8.In comparison with java abstract classes, java interfaces are slow as it requires extra indirection.

  • 3
    I've edited your answer to provide correct attribution. You can't just drop a link at the bottom of your answer. You need to quote all of the language that was copied from another source, as well. Also, if that table was drawn from somewhere, you should clearly indicate where that is from. – Brad Larson Oct 14 '13 at 19:54
  • Please mention for C++ as well.. though there is no keyword "interface" in C++ as such, but its a commonly asked Qn regd C++ as well. – cbinder Jun 18 '14 at 4:52
  • @cbinder : There is no keyword 'interface' in c++. For difference in c++, please refer 1. tutorialspoint.com/cplusplus/cpp_interfaces.htm 2. tutorialspoint.com/cplusplus/cpp_interfaces.htm – softmage99 Jun 18 '14 at 9:34
  • @MageshBabu Perhaps defining a function in a class containing pure virtual function makes it an abstract class rather than the interface – cbinder Jun 19 '14 at 9:52
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    With Java 8, the differences are less now. Check updated differences here: journaldev.com/1607/… – Pankaj Jul 15 '14 at 17:28

I don't want to highlight the differences, which have been already said in many answers ( regarding public static final modifiers for variables in interface & support for protected, private methods in abstract classes)

In simple terms, I would like to say:

interface: To implement a contract by multiple unrelated objects

abstract class: To implement the same or different behaviour among multiple related objects

From the Oracle documentation

Consider using abstract classes if :

  1. You want to share code among several closely related classes.
  2. You expect that classes that extend your abstract class have many common methods or fields, or require access modifiers other than public (such as protected and private).
  3. You want to declare non-static or non-final fields.

Consider using interfaces if :

  1. You expect that unrelated classes would implement your interface. For example,many unrelated objects can implement Serializable interface.
  2. You want to specify the behaviour of a particular data type, but not concerned about who implements its behaviour.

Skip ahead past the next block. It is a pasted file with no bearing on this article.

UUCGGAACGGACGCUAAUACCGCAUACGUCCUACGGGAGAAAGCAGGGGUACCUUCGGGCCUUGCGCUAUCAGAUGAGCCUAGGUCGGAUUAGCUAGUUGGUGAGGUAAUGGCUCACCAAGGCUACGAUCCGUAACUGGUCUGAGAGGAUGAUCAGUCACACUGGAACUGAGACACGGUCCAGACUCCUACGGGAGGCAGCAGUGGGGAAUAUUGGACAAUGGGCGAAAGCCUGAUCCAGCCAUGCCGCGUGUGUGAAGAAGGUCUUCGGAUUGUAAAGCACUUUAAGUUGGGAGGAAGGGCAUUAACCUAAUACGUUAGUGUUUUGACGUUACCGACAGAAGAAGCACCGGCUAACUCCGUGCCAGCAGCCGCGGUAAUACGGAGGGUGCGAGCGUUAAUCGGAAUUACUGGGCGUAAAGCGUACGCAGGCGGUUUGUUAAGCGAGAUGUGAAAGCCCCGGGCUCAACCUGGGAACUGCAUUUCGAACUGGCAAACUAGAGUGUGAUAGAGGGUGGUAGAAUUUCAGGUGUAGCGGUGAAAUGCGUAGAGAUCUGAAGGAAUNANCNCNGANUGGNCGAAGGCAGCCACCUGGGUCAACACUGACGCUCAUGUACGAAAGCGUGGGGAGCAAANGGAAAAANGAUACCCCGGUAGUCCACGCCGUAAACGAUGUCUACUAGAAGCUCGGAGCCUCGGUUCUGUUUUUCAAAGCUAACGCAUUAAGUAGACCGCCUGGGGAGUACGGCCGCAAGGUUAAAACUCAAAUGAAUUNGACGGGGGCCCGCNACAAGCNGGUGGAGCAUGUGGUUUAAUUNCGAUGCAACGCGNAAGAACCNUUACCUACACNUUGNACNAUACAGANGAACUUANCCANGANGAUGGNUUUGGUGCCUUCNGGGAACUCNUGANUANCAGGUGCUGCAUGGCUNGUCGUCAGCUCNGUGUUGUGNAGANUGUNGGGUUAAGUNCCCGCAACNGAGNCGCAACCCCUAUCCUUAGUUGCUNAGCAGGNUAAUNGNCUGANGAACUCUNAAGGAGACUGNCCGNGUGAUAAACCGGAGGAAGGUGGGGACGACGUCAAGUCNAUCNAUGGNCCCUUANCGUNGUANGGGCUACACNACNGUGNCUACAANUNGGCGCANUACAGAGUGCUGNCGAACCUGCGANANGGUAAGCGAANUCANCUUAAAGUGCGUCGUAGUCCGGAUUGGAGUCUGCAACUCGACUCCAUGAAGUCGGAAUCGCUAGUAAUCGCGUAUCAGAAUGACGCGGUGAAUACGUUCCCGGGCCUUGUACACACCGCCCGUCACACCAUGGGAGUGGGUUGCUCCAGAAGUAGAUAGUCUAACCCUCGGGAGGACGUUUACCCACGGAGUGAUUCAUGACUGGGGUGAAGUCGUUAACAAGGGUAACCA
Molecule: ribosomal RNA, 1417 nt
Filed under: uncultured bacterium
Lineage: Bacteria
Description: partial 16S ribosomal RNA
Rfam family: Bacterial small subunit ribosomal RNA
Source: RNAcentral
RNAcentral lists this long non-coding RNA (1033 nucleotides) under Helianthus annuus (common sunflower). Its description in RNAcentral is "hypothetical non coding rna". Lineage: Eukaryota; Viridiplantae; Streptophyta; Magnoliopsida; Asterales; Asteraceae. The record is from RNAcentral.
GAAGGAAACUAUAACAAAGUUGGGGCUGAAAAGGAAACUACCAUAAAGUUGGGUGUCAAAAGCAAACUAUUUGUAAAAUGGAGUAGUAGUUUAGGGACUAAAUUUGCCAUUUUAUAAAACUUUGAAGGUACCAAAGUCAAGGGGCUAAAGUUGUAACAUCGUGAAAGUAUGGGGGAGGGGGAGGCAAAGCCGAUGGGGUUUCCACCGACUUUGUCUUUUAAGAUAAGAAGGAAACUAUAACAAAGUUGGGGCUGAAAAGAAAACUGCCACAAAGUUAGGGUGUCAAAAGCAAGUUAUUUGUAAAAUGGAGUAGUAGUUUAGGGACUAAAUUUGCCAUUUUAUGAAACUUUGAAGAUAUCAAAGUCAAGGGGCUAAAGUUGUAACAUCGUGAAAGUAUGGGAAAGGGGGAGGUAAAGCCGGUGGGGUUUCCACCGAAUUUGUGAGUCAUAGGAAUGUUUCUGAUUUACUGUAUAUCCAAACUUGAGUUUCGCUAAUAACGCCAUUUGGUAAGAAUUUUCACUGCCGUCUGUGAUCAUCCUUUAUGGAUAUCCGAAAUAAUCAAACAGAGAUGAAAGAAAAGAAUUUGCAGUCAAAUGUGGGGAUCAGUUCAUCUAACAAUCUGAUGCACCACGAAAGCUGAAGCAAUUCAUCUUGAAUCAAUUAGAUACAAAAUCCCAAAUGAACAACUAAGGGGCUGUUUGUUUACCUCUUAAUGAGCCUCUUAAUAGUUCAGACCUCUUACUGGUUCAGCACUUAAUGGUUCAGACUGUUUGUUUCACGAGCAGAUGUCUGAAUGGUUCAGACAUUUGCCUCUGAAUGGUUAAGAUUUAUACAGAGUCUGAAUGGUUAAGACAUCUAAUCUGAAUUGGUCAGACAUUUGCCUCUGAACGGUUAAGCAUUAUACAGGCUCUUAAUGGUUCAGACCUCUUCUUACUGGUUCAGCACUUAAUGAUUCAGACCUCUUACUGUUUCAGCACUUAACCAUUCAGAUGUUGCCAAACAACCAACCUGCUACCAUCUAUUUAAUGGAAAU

3. You want to take advantage of multiple inheritance of type.

abstract class establishes "is a" relation with concrete classes. interface provides "has a" capability for classes.

If you are looking for Java as programming language, here are a few more updates:

Java 8 has reduced the gap between interface and abstract classes to some extent by providing a default method feature. An interface does not have an implementation for a method is no longer valid now.

Refer to this documentation page for more details.

Have a look at this SE question for code examples to understand better.

How should I have explained the difference between an Interface and an Abstract class?

The main point is that:

  • Abstract is object oriented. It offers the basic data an 'object' should have and/or functions it should be able to do. It is concerned with the object's basic characteristics: what it has and what it can do. Hence objects which inherit from the same abstract class share the basic characteristics (generalization).
  • Interface is functionality oriented. It defines functionalities an object should have. Regardless what object it is, as long as it can do these functionalities, which are defined in the interface, it's fine. It ignores everything else. An object/class can contain several (groups of) functionalities; hence it is possible for a class to implement multiple interfaces.
  • Thank you now we are getting somewhere with a good high level response. Funny how far deep into the comments you have to go to find a more understanding-based response. – Andrew Jan 16 '17 at 22:51
  • The other answers are too technical. This is getting towards what I would feel is a 'right' answer. The whole point of OOP is semantics, and whether or not a private nested classes public getters are invoked through CPU expensive lookups is pretty much irrelevant here – Sentinel Mar 6 '17 at 21:41

When you want to provide polymorphic behaviour in an inheritance hierarchy, use abstract classes.

When you want polymorphic behaviour for classes which are completely unrelated, use an interface.

I am constructing a building of 300 floors

The building's blueprint interface

  • For example, Servlet(I)

Building constructed up to 200 floors - partially completed---abstract

  • Partial implementation, for example, generic and HTTP servlet

Building construction completed-concrete

  • Full implementation, for example, own servlet

Interface

  • We don't know anything about implementation, just requirements. We can go for an interface.
  • Every method is public and abstract by default
  • It is a 100% pure abstract class
  • If we declare public we cannot declare private and protected
  • If we declare abstract we cannot declare final, static, synchronized, strictfp and native
  • Every interface has public, static and final
  • Serialization and transient is not applicable, because we can't create an instance for in interface
  • Non-volatile because it is final
  • Every variable is static
  • When we declare a variable inside an interface we need to initialize variables while declaring
  • Instance and static block not allowed

Abstract

  • Partial implementation
  • It has an abstract method. An addition, it uses concrete
  • No restriction for abstract class method modifiers
  • No restriction for abstract class variable modifiers
  • We cannot declare other modifiers except abstract
  • No restriction to initialize variables

Taken from DurgaJobs Website

  • An abstract class can have a constructor – vimal krishna Jul 26 '17 at 8:33